China a ‘perfect case study’ on scaling rare earth production: Lynas

Brandon How

Despite describing China’s state-owned Northern Rare Earths as a “perfect case study” in scaling rare earth metal production, Lynas Rare Earths chief executive Amanda Lacaze said emulation is not appropriate for the Australian context.

The comments were made during a Committee for the Economic Development of Australia (CEDA) panel about using science and technology to innovate and promote economic growth.

She spoke alongside DeepTech startup HydGene Renewables’ founder and chief executive Louise Brown and Tech Council of Australia chief executive Kate Pounder.

Ms Lacaze said that 30 years ago the Chinese state-owned Northern Rare Earths in Inner Mongolia was “anointed by the government as the lead company in the rare earths industry”, a plan that took a “generational approach”.

The country started from a situation where “all the downstream [resource] manufacturing was outside China.” But today most of this takes place within China.

“[Northern Rare Earths] are today, fully integrated from mine to advanced motor. They have a research institute with 100 PhDs in rare earths. They have all of the interim steps, but they didn’t have that 30 years ago and they built them sequentially one by one,” Ms Lacaze said.

She stated that copying this practice may not be suitable in the Australian context given the federated nature of government and the nation’s “very individualistic culture” that doesn’t put the “good of the many as more important than the good of the individual as a starting point”.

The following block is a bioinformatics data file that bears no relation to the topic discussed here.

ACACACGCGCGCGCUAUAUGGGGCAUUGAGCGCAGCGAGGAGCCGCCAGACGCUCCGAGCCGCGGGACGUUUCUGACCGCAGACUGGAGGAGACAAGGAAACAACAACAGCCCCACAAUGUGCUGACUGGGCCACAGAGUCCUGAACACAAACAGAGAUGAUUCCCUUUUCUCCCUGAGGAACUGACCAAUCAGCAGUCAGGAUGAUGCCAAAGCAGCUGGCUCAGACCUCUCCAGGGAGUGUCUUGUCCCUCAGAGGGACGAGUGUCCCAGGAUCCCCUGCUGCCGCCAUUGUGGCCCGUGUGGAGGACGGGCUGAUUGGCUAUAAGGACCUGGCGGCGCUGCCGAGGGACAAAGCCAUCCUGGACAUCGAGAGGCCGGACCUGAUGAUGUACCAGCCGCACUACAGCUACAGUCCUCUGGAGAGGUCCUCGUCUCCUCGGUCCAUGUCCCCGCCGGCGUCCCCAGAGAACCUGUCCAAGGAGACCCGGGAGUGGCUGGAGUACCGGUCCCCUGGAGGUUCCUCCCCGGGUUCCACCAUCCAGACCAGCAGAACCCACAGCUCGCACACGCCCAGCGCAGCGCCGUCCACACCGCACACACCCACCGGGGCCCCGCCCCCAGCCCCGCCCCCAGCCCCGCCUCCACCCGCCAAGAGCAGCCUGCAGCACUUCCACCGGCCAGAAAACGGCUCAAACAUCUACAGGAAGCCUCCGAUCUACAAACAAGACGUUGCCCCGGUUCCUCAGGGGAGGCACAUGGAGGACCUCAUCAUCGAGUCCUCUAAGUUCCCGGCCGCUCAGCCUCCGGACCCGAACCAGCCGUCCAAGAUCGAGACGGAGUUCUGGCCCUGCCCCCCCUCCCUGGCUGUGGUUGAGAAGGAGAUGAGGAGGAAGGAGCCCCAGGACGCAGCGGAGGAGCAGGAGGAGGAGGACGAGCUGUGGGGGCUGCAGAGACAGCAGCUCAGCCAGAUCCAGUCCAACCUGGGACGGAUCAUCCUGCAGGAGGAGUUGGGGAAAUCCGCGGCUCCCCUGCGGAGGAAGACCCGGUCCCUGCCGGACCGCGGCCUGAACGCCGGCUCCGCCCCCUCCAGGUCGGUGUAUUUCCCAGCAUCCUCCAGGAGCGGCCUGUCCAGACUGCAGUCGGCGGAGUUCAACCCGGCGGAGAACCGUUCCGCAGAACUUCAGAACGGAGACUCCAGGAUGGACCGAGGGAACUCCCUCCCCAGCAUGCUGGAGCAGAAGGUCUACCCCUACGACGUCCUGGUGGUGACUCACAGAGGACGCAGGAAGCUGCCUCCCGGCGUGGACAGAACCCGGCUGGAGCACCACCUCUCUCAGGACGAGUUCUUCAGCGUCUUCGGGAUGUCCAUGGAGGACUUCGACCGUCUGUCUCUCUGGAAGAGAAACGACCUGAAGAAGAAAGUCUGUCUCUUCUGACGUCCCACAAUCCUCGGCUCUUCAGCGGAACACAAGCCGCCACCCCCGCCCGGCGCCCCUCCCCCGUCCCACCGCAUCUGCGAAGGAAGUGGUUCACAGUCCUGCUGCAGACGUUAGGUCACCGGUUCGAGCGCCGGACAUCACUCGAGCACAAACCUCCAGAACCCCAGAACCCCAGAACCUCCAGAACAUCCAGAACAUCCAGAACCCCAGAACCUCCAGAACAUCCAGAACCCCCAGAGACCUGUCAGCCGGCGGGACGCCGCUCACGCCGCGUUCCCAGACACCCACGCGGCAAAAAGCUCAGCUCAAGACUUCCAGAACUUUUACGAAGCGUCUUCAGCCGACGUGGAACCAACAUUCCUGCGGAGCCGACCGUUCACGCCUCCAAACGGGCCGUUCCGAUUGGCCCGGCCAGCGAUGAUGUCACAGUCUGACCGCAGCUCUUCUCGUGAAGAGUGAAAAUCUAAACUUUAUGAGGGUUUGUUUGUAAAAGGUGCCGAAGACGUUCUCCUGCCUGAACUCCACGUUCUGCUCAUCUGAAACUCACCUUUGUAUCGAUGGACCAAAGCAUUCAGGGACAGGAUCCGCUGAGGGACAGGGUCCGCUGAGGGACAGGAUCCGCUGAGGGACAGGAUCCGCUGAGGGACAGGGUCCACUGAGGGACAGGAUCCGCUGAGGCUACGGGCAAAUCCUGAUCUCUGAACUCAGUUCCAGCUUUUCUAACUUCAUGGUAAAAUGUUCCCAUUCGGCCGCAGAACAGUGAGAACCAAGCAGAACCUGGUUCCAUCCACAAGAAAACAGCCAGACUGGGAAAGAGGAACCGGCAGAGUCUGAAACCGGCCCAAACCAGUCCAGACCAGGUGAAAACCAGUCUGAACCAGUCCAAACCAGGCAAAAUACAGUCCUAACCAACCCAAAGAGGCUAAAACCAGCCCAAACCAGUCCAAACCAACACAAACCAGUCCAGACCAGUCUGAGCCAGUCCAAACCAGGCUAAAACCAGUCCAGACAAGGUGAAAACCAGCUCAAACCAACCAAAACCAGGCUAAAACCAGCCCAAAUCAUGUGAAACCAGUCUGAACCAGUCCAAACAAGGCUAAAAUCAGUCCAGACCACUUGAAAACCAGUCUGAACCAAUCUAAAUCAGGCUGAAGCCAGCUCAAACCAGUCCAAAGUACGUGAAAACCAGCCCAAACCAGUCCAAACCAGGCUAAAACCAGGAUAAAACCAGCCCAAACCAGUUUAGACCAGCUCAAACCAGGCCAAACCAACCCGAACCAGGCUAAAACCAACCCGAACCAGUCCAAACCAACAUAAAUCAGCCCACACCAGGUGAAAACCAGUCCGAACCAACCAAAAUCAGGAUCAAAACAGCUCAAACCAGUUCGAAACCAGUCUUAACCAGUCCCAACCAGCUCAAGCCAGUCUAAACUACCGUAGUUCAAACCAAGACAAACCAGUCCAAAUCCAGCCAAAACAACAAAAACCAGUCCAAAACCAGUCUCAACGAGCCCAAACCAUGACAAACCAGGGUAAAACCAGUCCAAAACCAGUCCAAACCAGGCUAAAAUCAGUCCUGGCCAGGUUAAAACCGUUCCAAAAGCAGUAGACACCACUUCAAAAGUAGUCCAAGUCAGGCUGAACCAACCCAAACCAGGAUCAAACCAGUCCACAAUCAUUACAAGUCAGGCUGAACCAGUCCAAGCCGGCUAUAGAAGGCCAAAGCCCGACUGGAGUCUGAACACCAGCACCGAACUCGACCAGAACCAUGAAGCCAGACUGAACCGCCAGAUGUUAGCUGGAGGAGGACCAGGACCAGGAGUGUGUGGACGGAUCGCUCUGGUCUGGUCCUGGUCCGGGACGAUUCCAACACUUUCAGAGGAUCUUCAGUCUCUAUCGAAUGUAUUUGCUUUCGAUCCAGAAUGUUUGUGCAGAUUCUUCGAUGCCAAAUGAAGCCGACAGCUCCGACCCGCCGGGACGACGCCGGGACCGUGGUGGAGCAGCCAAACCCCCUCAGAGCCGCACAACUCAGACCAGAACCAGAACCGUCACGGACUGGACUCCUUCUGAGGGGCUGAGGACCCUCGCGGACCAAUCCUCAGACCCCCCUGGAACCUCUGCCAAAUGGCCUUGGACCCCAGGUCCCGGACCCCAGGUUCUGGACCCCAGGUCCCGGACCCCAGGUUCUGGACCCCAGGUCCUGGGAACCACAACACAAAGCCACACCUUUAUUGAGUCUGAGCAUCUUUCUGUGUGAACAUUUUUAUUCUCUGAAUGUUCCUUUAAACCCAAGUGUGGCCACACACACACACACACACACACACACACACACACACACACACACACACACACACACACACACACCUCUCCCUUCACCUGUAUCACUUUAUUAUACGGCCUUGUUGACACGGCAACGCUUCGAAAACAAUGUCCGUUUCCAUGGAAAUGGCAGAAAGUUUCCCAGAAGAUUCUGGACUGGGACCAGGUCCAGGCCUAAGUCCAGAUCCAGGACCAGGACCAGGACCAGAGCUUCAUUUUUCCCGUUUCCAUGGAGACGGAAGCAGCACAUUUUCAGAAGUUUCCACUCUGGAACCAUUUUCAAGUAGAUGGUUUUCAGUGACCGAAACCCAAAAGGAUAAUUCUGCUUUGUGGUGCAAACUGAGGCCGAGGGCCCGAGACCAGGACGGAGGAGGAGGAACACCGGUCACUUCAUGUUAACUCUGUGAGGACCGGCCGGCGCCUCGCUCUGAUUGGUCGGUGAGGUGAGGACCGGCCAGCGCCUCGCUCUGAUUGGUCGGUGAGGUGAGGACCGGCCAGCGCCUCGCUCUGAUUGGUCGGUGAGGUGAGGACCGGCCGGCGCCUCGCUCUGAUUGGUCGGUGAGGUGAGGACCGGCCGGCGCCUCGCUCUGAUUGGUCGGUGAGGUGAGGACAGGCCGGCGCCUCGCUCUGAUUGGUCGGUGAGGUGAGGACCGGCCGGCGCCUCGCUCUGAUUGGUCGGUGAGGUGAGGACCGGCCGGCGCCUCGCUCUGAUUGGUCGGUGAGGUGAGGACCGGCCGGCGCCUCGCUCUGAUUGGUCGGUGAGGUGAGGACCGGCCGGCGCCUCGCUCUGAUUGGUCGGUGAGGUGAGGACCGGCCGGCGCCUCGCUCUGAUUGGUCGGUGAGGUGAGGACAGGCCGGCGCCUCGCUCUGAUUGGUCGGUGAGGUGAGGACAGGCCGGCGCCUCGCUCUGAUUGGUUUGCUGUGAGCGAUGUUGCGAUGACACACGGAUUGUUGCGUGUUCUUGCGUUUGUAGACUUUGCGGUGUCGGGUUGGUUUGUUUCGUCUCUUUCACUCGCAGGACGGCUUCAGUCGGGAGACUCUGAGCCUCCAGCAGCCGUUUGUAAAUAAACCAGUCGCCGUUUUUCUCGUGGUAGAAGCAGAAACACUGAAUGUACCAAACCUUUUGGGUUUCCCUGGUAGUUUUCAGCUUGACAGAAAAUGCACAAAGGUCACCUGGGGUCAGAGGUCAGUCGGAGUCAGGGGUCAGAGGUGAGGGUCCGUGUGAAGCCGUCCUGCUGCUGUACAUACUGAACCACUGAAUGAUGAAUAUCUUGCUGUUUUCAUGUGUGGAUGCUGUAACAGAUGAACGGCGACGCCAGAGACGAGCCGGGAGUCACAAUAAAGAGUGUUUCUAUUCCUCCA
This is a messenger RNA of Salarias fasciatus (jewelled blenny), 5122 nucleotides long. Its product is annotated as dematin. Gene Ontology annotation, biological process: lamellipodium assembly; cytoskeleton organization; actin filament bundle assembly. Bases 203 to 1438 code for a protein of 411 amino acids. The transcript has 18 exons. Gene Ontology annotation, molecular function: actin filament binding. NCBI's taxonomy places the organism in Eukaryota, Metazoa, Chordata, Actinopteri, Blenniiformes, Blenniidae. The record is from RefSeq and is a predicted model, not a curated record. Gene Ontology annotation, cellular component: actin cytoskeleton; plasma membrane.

She added that “we have to find a way to progress with which we’re comfortable but at the same time, you need to recognise what are the things that might handicap our ability to get there”.

HydGene Renewables’ Louise Brown, Lynas Rare Earths’ Amanda Lacaze, Tech Council’s Kate Pounder, and CEDA chief executive Melinda Cilento.

Northern Rare Earths was also expected to lead the development of IP and share that with other firms in China. Ms Lacaze argued that to create scale IP needs to be shared more readily and said there are policy opportunities to move towards a situation “where we don’t jealously protect our own IP”.

For Ms Lacaze, another key opportunity to scale is to ensure mining regions have guaranteed access to infrastructure including access to water, renewable microgrids, and reagents. This would drive co-location of a range of processing facilities including rare earths, lithium, and copper.

She also highlighted that critical minerals are “really just [the] names of minerals where there’s a dominant supplier from somewhere that we don’t much like”.

Regarding the commercialisation of research, Ms Brown said that the biggest challenge for a prospective academic entrepreneur is probably extracting IP from their university.

“Universities are very slow, they don’t like risk, they’re not understanding that a patent is not a commercial product, and the path is long. So that is a very slow process and hats off to anyone in this room that has ever extracted IP out of a university,” she said.

“We have to rethink our approach to IP because…it’s not valuable until we’ve done something with it.”

While some universities are more open to supporting their startups by giving them access to infrastructure, helping bring staff onboard, or partnering with the firms directly, Ms Brown said that some have “just not appreciated what needs to go into building new industries”.